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Opioid overdose rates and implementation of overdose education and nasal naloxone distribution in Massachusetts: interrupted time series analysis

BMJ 2013; 346 doi: (Published 31 January 2013) Cite this as: BMJ 2013;346:f174
  1. Alexander Y Walley, assistant professor of medicine, medical director of Massachusetts opioid overdose prevention pilot13,
  2. Ziming Xuan, research assistant professor2,
  3. H Holly Hackman, epidemiologist3,
  4. Emily Quinn, statistical manager4,
  5. Maya Doe-Simkins, public health researcher1,
  6. Amy Sorensen-Alawad, program manager1,
  7. Sarah Ruiz, assistant director of planning and development3,
  8. Al Ozonoff, director, design and analysis core56
  1. 1Clinical Addiction Research Education Unit, Section of General Internal Medicine, Boston University School of Medicine, Boston, MA, USA
  2. 2Department of Community Health Sciences, Boston University School of Public Health, USA
  3. 3Massachusetts Department of Public Health, USA
  4. 4Data Coordinating Center, Boston University School of Public Health, USA
  5. 5Design and Analysis Core, Clinical Research Center, Children’s Hospital Boston, USA
  6. 6Department of Biostatistics, Boston University School of Public Health, USA
  1. Correspondence to: A Y Walley Boston Medical Center, Section of General Internal Medicine, 801 Massachusetts Avenue, 2nd Floor, Boston, MA 02118, USA awalley{at}
  • Accepted 31 December 2012


Objective To evaluate the impact of state supported overdose education and nasal naloxone distribution (OEND) programs on rates of opioid related death from overdose and acute care utilization in Massachusetts.

Design Interrupted time series analysis of opioid related overdose death and acute care utilization rates from 2002 to 2009 comparing community-year strata with high and low rates of OEND implementation to those with no implementation.

Setting 19 Massachusetts communities (geographically distinct cities and towns) with at least five fatal opioid overdoses in each of the years 2004 to 2006.

Participants OEND was implemented among opioid users at risk for overdose, social service agency staff, family, and friends of opioid users.

Intervention OEND programs equipped people at risk for overdose and bystanders with nasal naloxone rescue kits and trained them how to prevent, recognize, and respond to an overdose by engaging emergency medical services, providing rescue breathing, and delivering naloxone.

Main outcome measures Adjusted rate ratios for annual deaths related to opioid overdose and utilization of acute care hospitals.

Results Among these communities, OEND programs trained 2912 potential bystanders who reported 327 rescues. Both community-year strata with 1-100 enrollments per 100 000 population (adjusted rate ratio 0.73, 95% confidence interval 0.57 to 0.91) and community-year strata with greater than 100 enrollments per 100 000 population (0.54, 0.39 to 0.76) had significantly reduced adjusted rate ratios compared with communities with no implementation. Differences in rates of acute care hospital utilization were not significant.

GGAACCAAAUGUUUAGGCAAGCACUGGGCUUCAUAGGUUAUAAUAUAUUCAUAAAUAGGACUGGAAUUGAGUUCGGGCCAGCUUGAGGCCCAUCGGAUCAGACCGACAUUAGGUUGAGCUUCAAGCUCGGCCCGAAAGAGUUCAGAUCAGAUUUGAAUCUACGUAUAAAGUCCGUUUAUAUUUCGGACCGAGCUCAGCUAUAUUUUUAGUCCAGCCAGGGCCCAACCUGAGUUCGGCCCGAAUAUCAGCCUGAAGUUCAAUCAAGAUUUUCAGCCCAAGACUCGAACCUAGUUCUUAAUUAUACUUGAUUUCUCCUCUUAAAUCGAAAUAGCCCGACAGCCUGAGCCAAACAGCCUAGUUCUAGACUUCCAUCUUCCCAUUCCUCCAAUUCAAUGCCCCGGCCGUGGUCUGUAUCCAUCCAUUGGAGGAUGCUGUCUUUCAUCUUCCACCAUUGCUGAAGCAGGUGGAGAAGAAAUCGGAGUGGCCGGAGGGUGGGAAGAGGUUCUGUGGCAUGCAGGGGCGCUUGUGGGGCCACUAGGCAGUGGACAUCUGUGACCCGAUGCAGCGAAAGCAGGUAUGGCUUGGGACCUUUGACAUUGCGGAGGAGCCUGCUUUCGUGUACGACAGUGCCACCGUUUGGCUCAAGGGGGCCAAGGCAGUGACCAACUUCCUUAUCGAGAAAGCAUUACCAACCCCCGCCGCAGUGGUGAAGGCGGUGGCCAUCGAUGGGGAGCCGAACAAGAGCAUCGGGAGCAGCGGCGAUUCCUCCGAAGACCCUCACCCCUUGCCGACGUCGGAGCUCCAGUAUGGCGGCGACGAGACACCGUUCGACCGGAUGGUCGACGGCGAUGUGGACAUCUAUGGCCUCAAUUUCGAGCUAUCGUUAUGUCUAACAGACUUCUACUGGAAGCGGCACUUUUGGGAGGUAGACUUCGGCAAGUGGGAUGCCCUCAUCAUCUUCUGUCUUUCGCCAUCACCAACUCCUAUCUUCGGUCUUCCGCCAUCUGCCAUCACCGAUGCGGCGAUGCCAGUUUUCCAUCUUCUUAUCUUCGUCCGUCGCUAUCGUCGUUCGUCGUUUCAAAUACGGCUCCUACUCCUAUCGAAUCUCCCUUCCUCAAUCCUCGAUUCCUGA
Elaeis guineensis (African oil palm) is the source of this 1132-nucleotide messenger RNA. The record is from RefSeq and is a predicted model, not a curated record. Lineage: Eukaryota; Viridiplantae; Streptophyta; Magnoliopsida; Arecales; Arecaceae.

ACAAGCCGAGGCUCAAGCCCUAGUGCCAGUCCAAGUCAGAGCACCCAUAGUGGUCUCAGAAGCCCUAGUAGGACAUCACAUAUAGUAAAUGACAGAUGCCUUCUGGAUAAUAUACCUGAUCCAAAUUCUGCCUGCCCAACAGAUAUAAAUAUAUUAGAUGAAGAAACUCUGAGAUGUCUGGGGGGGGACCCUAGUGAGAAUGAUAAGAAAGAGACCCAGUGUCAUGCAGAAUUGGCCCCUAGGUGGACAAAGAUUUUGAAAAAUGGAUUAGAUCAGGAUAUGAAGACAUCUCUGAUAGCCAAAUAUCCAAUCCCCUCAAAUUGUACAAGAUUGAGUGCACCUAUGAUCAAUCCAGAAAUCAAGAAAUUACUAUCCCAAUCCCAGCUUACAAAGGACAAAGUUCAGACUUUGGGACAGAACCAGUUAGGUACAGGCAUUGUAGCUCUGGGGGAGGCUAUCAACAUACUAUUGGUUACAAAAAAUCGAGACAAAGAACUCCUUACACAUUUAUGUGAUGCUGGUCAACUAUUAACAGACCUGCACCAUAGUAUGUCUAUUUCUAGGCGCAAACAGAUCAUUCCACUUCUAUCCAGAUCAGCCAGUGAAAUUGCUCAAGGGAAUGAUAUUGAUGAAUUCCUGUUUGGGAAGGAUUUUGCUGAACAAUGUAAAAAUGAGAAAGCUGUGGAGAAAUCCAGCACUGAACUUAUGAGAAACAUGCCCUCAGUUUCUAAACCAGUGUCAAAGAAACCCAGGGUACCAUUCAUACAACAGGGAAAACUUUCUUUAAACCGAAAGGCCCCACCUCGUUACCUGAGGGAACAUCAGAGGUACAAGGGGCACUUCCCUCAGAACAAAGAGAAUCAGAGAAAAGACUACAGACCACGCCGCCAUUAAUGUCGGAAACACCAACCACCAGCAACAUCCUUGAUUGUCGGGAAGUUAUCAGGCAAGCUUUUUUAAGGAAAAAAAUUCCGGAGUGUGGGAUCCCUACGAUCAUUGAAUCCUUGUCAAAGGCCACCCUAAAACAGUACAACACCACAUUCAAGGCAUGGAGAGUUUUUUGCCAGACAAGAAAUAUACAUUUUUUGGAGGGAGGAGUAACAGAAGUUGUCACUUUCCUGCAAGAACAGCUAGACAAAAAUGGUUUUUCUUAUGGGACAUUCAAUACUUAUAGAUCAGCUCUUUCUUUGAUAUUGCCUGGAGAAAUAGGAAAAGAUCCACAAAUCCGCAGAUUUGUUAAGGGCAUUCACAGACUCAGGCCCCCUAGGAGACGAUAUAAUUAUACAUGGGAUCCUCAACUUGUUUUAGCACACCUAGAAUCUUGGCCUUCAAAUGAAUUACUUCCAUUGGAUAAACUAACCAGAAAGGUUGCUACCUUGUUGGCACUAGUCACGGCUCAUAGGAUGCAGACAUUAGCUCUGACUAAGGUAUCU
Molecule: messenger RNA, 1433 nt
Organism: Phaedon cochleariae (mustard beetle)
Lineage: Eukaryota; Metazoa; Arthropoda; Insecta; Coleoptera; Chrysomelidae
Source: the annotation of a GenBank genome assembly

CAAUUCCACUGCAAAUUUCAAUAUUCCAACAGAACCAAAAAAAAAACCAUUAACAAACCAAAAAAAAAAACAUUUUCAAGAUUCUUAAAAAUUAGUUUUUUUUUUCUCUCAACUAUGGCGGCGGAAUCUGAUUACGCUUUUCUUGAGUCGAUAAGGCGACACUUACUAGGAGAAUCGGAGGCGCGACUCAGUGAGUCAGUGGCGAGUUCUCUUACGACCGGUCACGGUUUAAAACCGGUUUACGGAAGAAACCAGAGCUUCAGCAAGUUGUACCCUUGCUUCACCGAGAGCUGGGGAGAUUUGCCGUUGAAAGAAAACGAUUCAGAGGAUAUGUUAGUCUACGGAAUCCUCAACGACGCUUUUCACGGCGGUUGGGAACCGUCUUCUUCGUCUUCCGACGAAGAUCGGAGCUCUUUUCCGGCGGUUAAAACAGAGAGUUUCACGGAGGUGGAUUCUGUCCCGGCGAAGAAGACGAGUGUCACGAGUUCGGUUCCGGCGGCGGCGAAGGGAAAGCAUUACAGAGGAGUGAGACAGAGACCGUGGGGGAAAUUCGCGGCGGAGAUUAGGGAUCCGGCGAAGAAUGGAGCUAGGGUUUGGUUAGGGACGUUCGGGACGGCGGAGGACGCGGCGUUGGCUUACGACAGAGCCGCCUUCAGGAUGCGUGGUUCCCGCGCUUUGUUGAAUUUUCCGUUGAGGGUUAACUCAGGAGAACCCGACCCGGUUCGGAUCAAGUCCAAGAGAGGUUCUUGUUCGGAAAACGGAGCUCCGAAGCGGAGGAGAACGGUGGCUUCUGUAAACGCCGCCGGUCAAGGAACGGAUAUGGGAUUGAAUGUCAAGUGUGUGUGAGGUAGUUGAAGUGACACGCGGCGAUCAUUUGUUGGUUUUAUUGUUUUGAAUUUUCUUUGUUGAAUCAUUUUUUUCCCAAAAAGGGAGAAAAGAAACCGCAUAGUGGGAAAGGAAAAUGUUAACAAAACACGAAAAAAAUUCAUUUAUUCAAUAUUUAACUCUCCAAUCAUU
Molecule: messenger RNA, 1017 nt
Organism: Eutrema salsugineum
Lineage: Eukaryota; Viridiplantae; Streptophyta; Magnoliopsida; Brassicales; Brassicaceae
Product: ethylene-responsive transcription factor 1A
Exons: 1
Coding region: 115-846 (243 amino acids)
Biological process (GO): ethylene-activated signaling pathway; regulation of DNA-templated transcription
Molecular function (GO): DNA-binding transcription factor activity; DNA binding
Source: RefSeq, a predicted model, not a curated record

Conclusions Opioid overdose death rates were reduced in communities where OEND was implemented. This study provides observational evidence that by training potential bystanders to prevent, recognize, and respond to opioid overdoses, OEND is an effective intervention.


Poisoning, nine out of 10 of which are related to drug overdoses,1 has surpassed motor vehicle crashes to be the leading cause of death by injury in the United States.2 Overdose is also a major cause of death in Canada,3 Europe,4 Asia,5 6 and Australia.7 In the United States, increases in fatal overdose since the mid-1990s have been driven by the growth in prescriptions for opioid analgesics8 and their non-medical use.9 10 Opioid related emergency department visits and admissions to hospital have increased over the same period.11 In Massachusetts, since 2005, annual opioid-related overdose deaths have exceeded motor vehicle deaths.12

Strategies have been implemented to deal with opioid overdose. Prescription drug monitoring programs,13 prescription drug take back days, safe opioid prescribing guidelines, and education programs seek to reduce opioid misuse and/or diversion to people who do not have prescriptions. While these strategies are promising, none has been demonstrated in clinical trials or controlled observational studies to reduce overdose rates. Methadone maintenance treatment14 15 and supervised injection facilities16 are strategies associated with decreased fatalities from overdose in controlled studies.